PPAR? negatively regulates T cell function
- Andy Clark1
© Current Science Ltd 2000
Published: 29 February 2000
PPAR? is a member of the nuclear hormone receptor family of transcription factors. It is activated by naturally occurring ligands such as 15-deoxy-?12,14 prostaglandin J2 (15?-PGJ2), and by thiazolidinedione drugs such as troglitazone. Recent papers suggest that PPAR? is a negative regulator of macrophage function. This paper reports a novel function of PPAR?, the ability to block T cell activation and IL-2 expression. This function may involve negative regulation of the transcription factor NFATc, which plays a critical role in IL-2 gene expression and T cell activation. To investigate the function and mechanism of action of PPAR? in isolated T lymphocytes and in a T cell line.
Human peripheral blood thymocytes were driven to proliferate by treatment with PHA and PMA. Proliferation was dose-dependently inhibited by two PPAR? agonistic ligands (15?-PGJ2 and troglitazone), but not by a PPARa ligand. Inhibition of IL-2 gene expression occurred at the mRNA level. Induction of NFATc DNA binding activity by PHA and PMA was partially blocked by PPAR? agonists. An association of NFATc with PPAR? was demonstrated, and appeared to be dependent upon activation of the nuclear hormone receptor by ligand. Other experiments employed Jurkat cells, a human T cell line. Cells were transfected with a GFP expression vector and with a PPAR? or empty control vector. Transfected cells were selected for GFP expression by FACS analysis, in order to generate PPAR?+ and PPAR?- populations. The validity of this approach was confirmed using a luciferase reporter construct driven by PPAR? binding sites. In PPAR?+ but not in PPAR?- cells, IL-2 production was inhibited by PPAR? (but not PPARa) ligands. Transcriptional activities of an IL-2 promoter and an NFATc-dependent reporter construct were decreased by PPAR? ligands in PPAR?+ but not PPAR?- cells.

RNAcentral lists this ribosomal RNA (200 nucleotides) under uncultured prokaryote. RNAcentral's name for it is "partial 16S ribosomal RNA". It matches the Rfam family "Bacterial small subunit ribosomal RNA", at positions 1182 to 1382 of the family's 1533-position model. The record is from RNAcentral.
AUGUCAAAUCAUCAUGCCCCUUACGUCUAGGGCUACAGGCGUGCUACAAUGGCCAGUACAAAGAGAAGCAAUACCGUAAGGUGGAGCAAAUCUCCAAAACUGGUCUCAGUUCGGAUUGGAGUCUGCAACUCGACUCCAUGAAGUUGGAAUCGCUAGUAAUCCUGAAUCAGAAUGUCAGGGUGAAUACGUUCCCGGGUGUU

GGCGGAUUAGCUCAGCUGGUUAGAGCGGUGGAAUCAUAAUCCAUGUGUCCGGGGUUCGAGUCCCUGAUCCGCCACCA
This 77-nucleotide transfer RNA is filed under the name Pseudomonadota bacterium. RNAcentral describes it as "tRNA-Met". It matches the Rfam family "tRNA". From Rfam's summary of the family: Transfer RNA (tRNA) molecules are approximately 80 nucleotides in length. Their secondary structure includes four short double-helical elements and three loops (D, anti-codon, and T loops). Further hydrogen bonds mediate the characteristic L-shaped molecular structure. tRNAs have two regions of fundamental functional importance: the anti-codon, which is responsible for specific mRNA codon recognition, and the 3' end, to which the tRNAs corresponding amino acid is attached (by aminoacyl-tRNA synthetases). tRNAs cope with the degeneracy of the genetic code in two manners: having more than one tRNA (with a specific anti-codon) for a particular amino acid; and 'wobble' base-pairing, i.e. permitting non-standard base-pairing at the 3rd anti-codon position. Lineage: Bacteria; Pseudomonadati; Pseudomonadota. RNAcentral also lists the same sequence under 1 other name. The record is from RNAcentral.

This "accelerated publication" describes a compact and well-designed piece of research. It makes an important addition to the growing list of unexpected immunomodulatory properties of the peroxisome proliferator-activated receptor (PPAR) family of transcription factors, that is, an ability to interfere with activation of T cells by phytohemagglutinin (PHA) and phorbol 12-myristate 13-acetate (PMA). It would be interesting to examine the effects of PPAR? ligands upon other processes such as T cell activation by antigen presenting cells. An association of PPAR? with NFATc (nuclear factor of activated T cells) in human peripheral blood T cells is convincingly shown; however, PPAR? ligands appear to inhibit NFATc activation only partially. Interference with additional transcription factors (such as activator protein 1[AP1] and NF-?B) may contribute to the inhibition of interleukin (IL)-2 transcription by PPAR?, as the authors acknowledge.
Proliferation was measured by tritiated thymidine incorporation. IL-2 gene expression was measured at protein and mRNA levels by ELISA and ribonuclease protection assay. Activation of NFATc was examined by electrophoretic mobility shift assay (EMSA). Co-immunoprecipitation and western blotting were used to look for an association between NFATc and PPAR?. Jurkat cells were transfected by the DEAE dextran method, and selected for green fluorescent protein (GFP) expression by sterile cell sorting. Luciferase reporter assays were performed using standard techniques.
Another recent paper reports that PPAR? agonists inhibit proliferation of, and IL-2 production by, two murine T cell clones (Clark et al J Immunol 164:1364-1371[Abstract]).